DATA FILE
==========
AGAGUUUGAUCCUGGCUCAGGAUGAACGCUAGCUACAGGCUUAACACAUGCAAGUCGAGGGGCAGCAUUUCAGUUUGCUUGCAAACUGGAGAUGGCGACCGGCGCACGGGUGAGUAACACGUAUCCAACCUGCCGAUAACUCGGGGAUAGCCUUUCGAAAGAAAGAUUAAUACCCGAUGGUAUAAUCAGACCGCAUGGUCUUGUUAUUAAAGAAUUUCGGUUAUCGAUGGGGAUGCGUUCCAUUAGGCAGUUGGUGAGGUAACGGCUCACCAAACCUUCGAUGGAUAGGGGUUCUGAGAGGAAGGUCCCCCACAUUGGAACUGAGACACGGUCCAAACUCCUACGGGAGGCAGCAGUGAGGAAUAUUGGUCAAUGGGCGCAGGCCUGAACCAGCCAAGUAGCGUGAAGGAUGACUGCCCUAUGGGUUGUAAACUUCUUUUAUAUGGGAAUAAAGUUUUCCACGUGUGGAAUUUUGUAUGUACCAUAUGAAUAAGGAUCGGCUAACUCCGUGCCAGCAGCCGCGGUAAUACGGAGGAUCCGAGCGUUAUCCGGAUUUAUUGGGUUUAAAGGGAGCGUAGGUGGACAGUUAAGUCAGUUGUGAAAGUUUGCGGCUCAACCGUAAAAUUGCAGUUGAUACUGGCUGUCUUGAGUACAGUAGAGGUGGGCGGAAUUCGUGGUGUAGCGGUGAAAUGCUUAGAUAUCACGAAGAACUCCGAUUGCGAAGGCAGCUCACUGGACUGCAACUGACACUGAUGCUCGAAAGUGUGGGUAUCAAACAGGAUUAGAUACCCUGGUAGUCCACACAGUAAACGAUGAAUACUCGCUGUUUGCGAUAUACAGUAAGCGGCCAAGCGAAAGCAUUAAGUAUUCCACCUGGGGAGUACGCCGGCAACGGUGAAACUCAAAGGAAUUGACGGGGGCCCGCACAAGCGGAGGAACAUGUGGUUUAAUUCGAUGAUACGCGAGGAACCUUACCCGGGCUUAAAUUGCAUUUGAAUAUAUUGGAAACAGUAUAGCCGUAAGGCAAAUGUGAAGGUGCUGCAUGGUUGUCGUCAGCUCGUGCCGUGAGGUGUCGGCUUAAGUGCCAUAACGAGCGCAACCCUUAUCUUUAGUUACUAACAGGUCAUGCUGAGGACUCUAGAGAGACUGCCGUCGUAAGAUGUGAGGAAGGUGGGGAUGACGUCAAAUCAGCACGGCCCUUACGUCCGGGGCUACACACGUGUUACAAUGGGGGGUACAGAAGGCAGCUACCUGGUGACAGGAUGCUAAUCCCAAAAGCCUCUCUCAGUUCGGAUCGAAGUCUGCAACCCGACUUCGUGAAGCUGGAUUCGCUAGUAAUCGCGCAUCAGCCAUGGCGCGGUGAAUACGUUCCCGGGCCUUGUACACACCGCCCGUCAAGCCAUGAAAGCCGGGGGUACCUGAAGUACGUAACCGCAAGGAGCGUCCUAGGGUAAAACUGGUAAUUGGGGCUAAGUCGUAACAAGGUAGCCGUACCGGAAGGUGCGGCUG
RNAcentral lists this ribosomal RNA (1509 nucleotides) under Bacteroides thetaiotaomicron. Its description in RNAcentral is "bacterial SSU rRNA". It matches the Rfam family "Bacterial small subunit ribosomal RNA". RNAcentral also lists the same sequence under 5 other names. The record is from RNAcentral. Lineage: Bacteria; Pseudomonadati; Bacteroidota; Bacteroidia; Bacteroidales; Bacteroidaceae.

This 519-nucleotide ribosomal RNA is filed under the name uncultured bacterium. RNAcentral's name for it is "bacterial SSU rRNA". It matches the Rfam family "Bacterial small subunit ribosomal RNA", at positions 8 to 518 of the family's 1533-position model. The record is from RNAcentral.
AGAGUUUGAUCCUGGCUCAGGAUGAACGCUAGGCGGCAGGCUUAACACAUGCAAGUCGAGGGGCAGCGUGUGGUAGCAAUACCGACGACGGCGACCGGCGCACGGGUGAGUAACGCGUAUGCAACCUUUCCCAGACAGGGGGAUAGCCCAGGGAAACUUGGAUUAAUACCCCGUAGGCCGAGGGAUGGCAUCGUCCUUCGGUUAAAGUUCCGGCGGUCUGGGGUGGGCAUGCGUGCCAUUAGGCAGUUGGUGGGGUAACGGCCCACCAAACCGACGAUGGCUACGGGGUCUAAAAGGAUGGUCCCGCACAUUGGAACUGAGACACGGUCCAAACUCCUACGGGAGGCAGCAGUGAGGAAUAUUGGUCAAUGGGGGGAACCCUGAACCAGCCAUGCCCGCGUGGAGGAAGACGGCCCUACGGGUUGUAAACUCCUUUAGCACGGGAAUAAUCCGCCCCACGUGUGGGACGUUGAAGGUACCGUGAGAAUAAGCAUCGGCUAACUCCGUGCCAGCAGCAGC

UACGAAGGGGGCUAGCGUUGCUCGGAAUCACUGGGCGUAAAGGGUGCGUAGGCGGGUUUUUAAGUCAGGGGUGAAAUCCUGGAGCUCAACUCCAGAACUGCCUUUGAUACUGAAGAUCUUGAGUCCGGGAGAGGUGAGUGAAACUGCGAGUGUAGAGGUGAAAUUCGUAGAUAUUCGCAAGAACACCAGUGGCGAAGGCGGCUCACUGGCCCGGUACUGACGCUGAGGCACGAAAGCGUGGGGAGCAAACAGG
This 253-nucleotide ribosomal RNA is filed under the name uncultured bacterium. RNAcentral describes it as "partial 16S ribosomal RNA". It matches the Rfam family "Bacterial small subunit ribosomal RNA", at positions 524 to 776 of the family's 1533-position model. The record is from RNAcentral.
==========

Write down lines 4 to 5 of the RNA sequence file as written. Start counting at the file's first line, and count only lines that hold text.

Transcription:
AGAGUUUGAUCCUGGCUCAGGAUGAACGCUAGGCGGCAGGCUUAACACAUGCAAGUCGAGGGGCAGCGUGUGGUAGCAAUACCGACGACGGCGACCGGCGCACGGGUGAGUAACGCGUAUGCAACCUUUCCCAGACAGGGGGAUAGCCCAGGGAAACUUGGAUUAAUACCCCGUAGGCCGAGGGAUGGCAUCGUCCUUCGGUUAAAGUUCCGGCGGUCUGGGGUGGGCAUGCGUGCCAUUAGGCAGUUGGUGGGGUAACGGCCCACCAAACCGACGAUGGCUACGGGGUCUAAAAGGAUGGUCCCGCACAUUGGAACUGAGACACGGUCCAAACUCCUACGGGAGGCAGCAGUGAGGAAUAUUGGUCAAUGGGGGGAACCCUGAACCAGCCAUGCCCGCGUGGAGGAAGACGGCCCUACGGGUUGUAAACUCCUUUAGCACGGGAAUAAUCCGCCCCACGUGUGGGACGUUGAAGGUACCGUGAGAAUAAGCAUCGGCUAACUCCGUGCCAGCAGCAGC

UACGAAGGGGGCUAGCGUUGCUCGGAAUCACUGGGCGUAAAGGGUGCGUAGGCGGGUUUUUAAGUCAGGGGUGAAAUCCUGGAGCUCAACUCCAGAACUGCCUUUGAUACUGAAGAUCUUGAGUCCGGGAGAGGUGAGUGAAACUGCGAGUGUAGAGGUGAAAUUCGUAGAUAUUCGCAAGAACACCAGUGGCGAAGGCGGCUCACUGGCCCGGUACUGACGCUGAGGCACGAAAGCGUGGGGAGCAAACAGG